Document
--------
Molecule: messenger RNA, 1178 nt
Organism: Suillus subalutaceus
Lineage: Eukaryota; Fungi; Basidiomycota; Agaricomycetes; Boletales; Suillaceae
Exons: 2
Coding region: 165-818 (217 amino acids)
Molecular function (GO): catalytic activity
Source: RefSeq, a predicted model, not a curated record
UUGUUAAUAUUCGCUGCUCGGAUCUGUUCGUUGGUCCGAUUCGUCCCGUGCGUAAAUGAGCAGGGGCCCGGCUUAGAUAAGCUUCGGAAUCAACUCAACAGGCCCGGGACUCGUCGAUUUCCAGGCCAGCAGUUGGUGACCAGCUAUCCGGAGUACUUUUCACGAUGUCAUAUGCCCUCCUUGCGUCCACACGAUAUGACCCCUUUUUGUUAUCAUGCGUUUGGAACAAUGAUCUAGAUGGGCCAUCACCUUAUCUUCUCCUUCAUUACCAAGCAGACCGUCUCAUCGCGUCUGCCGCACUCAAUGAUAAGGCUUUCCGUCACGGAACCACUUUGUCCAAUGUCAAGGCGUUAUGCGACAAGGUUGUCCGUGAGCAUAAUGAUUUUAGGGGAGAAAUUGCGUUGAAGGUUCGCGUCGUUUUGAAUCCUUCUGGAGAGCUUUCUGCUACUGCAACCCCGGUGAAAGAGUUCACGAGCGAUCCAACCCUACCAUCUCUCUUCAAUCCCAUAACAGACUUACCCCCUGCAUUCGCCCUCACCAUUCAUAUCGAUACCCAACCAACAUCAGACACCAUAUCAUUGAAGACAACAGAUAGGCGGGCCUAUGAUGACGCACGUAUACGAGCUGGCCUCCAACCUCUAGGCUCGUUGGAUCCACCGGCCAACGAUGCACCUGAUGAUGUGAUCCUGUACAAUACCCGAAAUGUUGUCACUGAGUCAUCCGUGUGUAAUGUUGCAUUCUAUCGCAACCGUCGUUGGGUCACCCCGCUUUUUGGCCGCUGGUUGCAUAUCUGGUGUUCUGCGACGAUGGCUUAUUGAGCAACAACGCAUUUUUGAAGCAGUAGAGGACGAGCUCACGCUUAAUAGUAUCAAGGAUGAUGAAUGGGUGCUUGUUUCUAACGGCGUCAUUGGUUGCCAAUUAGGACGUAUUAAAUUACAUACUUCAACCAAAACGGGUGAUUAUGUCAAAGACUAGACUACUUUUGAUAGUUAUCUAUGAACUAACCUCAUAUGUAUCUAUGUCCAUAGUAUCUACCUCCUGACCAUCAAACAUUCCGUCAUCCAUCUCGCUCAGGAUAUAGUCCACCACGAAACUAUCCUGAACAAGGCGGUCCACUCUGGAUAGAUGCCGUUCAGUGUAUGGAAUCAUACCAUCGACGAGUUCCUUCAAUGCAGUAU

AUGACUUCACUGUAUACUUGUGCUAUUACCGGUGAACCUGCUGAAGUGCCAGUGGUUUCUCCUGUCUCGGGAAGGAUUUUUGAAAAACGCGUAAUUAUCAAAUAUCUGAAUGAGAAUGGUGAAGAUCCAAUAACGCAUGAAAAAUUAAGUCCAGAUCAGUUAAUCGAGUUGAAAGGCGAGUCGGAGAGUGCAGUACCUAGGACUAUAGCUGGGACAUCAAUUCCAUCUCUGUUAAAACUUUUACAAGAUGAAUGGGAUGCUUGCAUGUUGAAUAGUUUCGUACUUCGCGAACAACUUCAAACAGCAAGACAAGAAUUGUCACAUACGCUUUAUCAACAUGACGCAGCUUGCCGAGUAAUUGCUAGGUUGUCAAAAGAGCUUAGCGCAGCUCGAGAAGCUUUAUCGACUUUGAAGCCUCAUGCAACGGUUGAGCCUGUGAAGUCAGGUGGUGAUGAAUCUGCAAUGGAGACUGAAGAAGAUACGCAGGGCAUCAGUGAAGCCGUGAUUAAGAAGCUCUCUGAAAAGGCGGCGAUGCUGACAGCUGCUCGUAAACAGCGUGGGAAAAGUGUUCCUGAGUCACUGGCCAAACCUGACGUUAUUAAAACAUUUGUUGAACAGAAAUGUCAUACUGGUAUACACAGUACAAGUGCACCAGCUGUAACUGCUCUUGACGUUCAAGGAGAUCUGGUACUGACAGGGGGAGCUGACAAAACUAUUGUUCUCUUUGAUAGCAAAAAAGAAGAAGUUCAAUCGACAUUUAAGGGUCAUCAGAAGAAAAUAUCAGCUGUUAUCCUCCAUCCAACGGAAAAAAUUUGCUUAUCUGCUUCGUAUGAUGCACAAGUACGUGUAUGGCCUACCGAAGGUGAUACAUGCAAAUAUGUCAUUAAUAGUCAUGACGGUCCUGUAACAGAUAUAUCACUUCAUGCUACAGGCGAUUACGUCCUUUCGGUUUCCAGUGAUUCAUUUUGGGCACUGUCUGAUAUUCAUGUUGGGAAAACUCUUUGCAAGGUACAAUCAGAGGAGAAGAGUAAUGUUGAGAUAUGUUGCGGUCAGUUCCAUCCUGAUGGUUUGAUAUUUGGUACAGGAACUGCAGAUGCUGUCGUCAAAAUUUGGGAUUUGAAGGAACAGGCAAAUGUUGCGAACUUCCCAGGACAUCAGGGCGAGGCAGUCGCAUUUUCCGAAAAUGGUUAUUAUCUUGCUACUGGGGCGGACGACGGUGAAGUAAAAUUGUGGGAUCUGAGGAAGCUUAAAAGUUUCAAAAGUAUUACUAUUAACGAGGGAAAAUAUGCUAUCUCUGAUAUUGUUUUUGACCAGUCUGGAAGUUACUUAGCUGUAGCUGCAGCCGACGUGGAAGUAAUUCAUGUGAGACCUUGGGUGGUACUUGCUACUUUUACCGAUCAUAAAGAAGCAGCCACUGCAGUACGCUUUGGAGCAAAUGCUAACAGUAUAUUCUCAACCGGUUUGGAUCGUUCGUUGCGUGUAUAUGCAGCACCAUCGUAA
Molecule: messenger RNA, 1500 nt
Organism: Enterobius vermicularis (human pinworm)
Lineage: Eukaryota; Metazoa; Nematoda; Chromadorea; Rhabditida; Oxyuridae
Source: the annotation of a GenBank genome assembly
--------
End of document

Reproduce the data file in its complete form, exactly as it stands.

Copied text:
Molecule: messenger RNA, 1178 nt
Organism: Suillus subalutaceus
Lineage: Eukaryota; Fungi; Basidiomycota; Agaricomycetes; Boletales; Suillaceae
Exons: 2
Coding region: 165-818 (217 amino acids)
Molecular function (GO): catalytic activity
Source: RefSeq, a predicted model, not a curated record
UUGUUAAUAUUCGCUGCUCGGAUCUGUUCGUUGGUCCGAUUCGUCCCGUGCGUAAAUGAGCAGGGGCCCGGCUUAGAUAAGCUUCGGAAUCAACUCAACAGGCCCGGGACUCGUCGAUUUCCAGGCCAGCAGUUGGUGACCAGCUAUCCGGAGUACUUUUCACGAUGUCAUAUGCCCUCCUUGCGUCCACACGAUAUGACCCCUUUUUGUUAUCAUGCGUUUGGAACAAUGAUCUAGAUGGGCCAUCACCUUAUCUUCUCCUUCAUUACCAAGCAGACCGUCUCAUCGCGUCUGCCGCACUCAAUGAUAAGGCUUUCCGUCACGGAACCACUUUGUCCAAUGUCAAGGCGUUAUGCGACAAGGUUGUCCGUGAGCAUAAUGAUUUUAGGGGAGAAAUUGCGUUGAAGGUUCGCGUCGUUUUGAAUCCUUCUGGAGAGCUUUCUGCUACUGCAACCCCGGUGAAAGAGUUCACGAGCGAUCCAACCCUACCAUCUCUCUUCAAUCCCAUAACAGACUUACCCCCUGCAUUCGCCCUCACCAUUCAUAUCGAUACCCAACCAACAUCAGACACCAUAUCAUUGAAGACAACAGAUAGGCGGGCCUAUGAUGACGCACGUAUACGAGCUGGCCUCCAACCUCUAGGCUCGUUGGAUCCACCGGCCAACGAUGCACCUGAUGAUGUGAUCCUGUACAAUACCCGAAAUGUUGUCACUGAGUCAUCCGUGUGUAAUGUUGCAUUCUAUCGCAACCGUCGUUGGGUCACCCCGCUUUUUGGCCGCUGGUUGCAUAUCUGGUGUUCUGCGACGAUGGCUUAUUGAGCAACAACGCAUUUUUGAAGCAGUAGAGGACGAGCUCACGCUUAAUAGUAUCAAGGAUGAUGAAUGGGUGCUUGUUUCUAACGGCGUCAUUGGUUGCCAAUUAGGACGUAUUAAAUUACAUACUUCAACCAAAACGGGUGAUUAUGUCAAAGACUAGACUACUUUUGAUAGUUAUCUAUGAACUAACCUCAUAUGUAUCUAUGUCCAUAGUAUCUACCUCCUGACCAUCAAACAUUCCGUCAUCCAUCUCGCUCAGGAUAUAGUCCACCACGAAACUAUCCUGAACAAGGCGGUCCACUCUGGAUAGAUGCCGUUCAGUGUAUGGAAUCAUACCAUCGACGAGUUCCUUCAAUGCAGUAU

AUGACUUCACUGUAUACUUGUGCUAUUACCGGUGAACCUGCUGAAGUGCCAGUGGUUUCUCCUGUCUCGGGAAGGAUUUUUGAAAAACGCGUAAUUAUCAAAUAUCUGAAUGAGAAUGGUGAAGAUCCAAUAACGCAUGAAAAAUUAAGUCCAGAUCAGUUAAUCGAGUUGAAAGGCGAGUCGGAGAGUGCAGUACCUAGGACUAUAGCUGGGACAUCAAUUCCAUCUCUGUUAAAACUUUUACAAGAUGAAUGGGAUGCUUGCAUGUUGAAUAGUUUCGUACUUCGCGAACAACUUCAAACAGCAAGACAAGAAUUGUCACAUACGCUUUAUCAACAUGACGCAGCUUGCCGAGUAAUUGCUAGGUUGUCAAAAGAGCUUAGCGCAGCUCGAGAAGCUUUAUCGACUUUGAAGCCUCAUGCAACGGUUGAGCCUGUGAAGUCAGGUGGUGAUGAAUCUGCAAUGGAGACUGAAGAAGAUACGCAGGGCAUCAGUGAAGCCGUGAUUAAGAAGCUCUCUGAAAAGGCGGCGAUGCUGACAGCUGCUCGUAAACAGCGUGGGAAAAGUGUUCCUGAGUCACUGGCCAAACCUGACGUUAUUAAAACAUUUGUUGAACAGAAAUGUCAUACUGGUAUACACAGUACAAGUGCACCAGCUGUAACUGCUCUUGACGUUCAAGGAGAUCUGGUACUGACAGGGGGAGCUGACAAAACUAUUGUUCUCUUUGAUAGCAAAAAAGAAGAAGUUCAAUCGACAUUUAAGGGUCAUCAGAAGAAAAUAUCAGCUGUUAUCCUCCAUCCAACGGAAAAAAUUUGCUUAUCUGCUUCGUAUGAUGCACAAGUACGUGUAUGGCCUACCGAAGGUGAUACAUGCAAAUAUGUCAUUAAUAGUCAUGACGGUCCUGUAACAGAUAUAUCACUUCAUGCUACAGGCGAUUACGUCCUUUCGGUUUCCAGUGAUUCAUUUUGGGCACUGUCUGAUAUUCAUGUUGGGAAAACUCUUUGCAAGGUACAAUCAGAGGAGAAGAGUAAUGUUGAGAUAUGUUGCGGUCAGUUCCAUCCUGAUGGUUUGAUAUUUGGUACAGGAACUGCAGAUGCUGUCGUCAAAAUUUGGGAUUUGAAGGAACAGGCAAAUGUUGCGAACUUCCCAGGACAUCAGGGCGAGGCAGUCGCAUUUUCCGAAAAUGGUUAUUAUCUUGCUACUGGGGCGGACGACGGUGAAGUAAAAUUGUGGGAUCUGAGGAAGCUUAAAAGUUUCAAAAGUAUUACUAUUAACGAGGGAAAAUAUGCUAUCUCUGAUAUUGUUUUUGACCAGUCUGGAAGUUACUUAGCUGUAGCUGCAGCCGACGUGGAAGUAAUUCAUGUGAGACCUUGGGUGGUACUUGCUACUUUUACCGAUCAUAAAGAAGCAGCCACUGCAGUACGCUUUGGAGCAAAUGCUAACAGUAUAUUCUCAACCGGUUUGGAUCGUUCGUUGCGUGUAUAUGCAGCACCAUCGUAA
Molecule: messenger RNA, 1500 nt
Organism: Enterobius vermicularis (human pinworm)
Lineage: Eukaryota; Metazoa; Nematoda; Chromadorea; Rhabditida; Oxyuridae
Source: the annotation of a GenBank genome assembly